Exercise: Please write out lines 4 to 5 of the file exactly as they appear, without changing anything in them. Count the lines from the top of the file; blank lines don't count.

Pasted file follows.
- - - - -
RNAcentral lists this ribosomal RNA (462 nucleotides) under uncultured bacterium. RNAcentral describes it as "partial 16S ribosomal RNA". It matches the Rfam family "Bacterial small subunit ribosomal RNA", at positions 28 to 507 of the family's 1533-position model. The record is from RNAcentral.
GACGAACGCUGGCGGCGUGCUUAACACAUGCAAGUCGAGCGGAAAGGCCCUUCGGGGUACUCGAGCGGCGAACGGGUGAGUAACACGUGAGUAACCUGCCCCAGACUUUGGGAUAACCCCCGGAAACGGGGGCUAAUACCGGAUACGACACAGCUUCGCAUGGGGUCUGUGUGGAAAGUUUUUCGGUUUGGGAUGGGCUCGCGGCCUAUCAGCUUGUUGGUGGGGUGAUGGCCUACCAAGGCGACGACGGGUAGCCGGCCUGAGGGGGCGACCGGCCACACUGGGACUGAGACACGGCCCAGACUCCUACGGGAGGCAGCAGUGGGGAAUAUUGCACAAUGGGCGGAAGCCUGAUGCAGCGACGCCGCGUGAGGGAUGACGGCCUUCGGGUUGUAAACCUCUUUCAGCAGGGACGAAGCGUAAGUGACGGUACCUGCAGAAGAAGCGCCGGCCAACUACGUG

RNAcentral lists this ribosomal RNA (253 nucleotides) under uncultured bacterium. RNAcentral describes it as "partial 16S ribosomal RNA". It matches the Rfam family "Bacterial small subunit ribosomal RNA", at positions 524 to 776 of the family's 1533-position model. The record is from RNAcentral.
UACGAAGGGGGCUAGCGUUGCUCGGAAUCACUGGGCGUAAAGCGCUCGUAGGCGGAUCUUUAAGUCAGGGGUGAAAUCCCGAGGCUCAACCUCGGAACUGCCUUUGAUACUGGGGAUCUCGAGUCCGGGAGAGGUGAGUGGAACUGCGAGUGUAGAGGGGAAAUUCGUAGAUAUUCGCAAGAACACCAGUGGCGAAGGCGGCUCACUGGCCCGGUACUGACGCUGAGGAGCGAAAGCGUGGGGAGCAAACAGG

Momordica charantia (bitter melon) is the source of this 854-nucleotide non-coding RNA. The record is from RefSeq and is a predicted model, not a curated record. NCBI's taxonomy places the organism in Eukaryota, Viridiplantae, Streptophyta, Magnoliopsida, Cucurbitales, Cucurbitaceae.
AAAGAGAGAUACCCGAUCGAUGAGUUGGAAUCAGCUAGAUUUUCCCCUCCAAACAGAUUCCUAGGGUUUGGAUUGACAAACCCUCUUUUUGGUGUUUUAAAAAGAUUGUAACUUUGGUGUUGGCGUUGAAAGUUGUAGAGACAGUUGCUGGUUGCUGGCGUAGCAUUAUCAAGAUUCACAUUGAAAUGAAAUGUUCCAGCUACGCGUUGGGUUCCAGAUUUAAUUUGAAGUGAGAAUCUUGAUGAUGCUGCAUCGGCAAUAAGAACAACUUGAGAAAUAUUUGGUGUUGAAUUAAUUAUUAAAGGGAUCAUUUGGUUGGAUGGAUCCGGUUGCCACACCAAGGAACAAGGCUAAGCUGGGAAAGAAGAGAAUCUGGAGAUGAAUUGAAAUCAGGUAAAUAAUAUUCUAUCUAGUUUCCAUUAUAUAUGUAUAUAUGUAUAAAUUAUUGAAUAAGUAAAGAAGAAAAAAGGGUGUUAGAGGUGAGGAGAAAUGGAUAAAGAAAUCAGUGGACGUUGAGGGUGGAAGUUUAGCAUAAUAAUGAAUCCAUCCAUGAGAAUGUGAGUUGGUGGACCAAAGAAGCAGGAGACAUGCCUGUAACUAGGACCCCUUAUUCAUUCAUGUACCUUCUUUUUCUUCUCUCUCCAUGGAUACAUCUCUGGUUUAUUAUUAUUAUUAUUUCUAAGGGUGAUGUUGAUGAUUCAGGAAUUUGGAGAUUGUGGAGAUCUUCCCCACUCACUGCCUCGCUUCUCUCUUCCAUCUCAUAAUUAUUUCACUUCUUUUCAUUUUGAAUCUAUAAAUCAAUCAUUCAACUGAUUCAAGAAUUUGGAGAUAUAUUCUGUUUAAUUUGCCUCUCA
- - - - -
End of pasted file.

UACGAAGGGGGCUAGCGUUGCUCGGAAUCACUGGGCGUAAAGCGCUCGUAGGCGGAUCUUUAAGUCAGGGGUGAAAUCCCGAGGCUCAACCUCGGAACUGCCUUUGAUACUGGGGAUCUCGAGUCCGGGAGAGGUGAGUGGAACUGCGAGUGUAGAGGGGAAAUUCGUAGAUAUUCGCAAGAACACCAGUGGCGAAGGCGGCUCACUGGCCCGGUACUGACGCUGAGGAGCGAAAGCGUGGGGAGCAAACAGG

Momordica charantia (bitter melon) is the source of this 854-nucleotide non-coding RNA. The record is from RefSeq and is a predicted model, not a curated record. NCBI's taxonomy places the organism in Eukaryota, Viridiplantae, Streptophyta, Magnoliopsida, Cucurbitales, Cucurbitaceae.